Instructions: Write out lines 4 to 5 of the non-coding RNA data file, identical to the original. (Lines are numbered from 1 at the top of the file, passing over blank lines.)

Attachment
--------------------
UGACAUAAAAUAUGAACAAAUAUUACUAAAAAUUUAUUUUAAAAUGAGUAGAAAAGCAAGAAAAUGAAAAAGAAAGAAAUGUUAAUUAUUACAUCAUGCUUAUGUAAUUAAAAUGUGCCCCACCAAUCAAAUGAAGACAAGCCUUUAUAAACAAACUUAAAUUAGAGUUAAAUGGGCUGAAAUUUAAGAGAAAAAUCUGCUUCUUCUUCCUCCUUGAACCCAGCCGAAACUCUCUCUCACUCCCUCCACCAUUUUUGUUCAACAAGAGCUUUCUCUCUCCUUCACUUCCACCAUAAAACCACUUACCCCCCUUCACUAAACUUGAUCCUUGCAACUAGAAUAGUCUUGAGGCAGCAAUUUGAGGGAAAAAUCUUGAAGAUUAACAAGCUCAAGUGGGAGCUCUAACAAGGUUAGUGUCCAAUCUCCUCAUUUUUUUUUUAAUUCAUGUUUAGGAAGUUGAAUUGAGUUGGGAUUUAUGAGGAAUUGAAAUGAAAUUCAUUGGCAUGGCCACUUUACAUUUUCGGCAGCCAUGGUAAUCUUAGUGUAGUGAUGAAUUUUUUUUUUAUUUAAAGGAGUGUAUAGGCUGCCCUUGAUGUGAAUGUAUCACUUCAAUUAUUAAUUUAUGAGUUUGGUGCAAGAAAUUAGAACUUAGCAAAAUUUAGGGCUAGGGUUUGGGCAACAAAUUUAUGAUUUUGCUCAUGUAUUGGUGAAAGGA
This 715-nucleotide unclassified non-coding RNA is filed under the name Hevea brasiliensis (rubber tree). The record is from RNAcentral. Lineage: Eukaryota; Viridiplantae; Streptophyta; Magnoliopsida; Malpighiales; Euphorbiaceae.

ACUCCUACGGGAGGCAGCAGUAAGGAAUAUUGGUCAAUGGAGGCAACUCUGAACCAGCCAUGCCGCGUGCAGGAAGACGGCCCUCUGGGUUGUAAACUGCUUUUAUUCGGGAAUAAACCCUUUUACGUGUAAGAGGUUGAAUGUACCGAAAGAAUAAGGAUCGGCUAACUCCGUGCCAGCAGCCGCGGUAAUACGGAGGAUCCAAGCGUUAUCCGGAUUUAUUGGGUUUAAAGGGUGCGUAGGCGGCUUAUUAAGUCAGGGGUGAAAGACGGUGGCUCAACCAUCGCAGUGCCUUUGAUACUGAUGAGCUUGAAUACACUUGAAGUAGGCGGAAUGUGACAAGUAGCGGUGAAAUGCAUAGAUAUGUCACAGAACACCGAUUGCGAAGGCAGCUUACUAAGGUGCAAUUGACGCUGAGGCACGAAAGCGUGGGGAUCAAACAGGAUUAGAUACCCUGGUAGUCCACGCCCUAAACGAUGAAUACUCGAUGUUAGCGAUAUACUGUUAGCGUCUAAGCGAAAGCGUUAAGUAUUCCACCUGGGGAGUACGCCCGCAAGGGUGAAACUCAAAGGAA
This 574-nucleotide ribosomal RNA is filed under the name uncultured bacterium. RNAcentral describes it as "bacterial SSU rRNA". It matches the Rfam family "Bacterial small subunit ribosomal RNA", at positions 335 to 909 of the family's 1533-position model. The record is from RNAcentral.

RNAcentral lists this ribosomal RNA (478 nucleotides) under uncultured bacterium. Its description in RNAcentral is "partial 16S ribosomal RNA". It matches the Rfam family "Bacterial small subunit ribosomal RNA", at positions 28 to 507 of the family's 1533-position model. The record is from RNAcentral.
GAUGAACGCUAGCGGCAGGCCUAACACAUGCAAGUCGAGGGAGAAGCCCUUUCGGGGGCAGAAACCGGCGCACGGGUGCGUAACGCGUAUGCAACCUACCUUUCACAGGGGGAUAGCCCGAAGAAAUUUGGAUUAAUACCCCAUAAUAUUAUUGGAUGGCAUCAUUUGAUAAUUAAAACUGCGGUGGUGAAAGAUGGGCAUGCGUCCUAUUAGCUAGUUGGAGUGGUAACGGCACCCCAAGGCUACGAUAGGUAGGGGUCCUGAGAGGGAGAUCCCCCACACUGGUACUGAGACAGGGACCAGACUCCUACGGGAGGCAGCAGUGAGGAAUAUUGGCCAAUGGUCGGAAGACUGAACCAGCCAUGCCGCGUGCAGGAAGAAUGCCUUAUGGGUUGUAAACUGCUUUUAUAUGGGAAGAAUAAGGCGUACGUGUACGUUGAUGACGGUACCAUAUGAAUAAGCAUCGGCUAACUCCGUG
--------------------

This 574-nucleotide ribosomal RNA is filed under the name uncultured bacterium. RNAcentral describes it as "bacterial SSU rRNA". It matches the Rfam family "Bacterial small subunit ribosomal RNA", at positions 335 to 909 of the family's 1533-position model. The record is from RNAcentral.

RNAcentral lists this ribosomal RNA (478 nucleotides) under uncultured bacterium. Its description in RNAcentral is "partial 16S ribosomal RNA". It matches the Rfam family "Bacterial small subunit ribosomal RNA", at positions 28 to 507 of the family's 1533-position model. The record is from RNAcentral.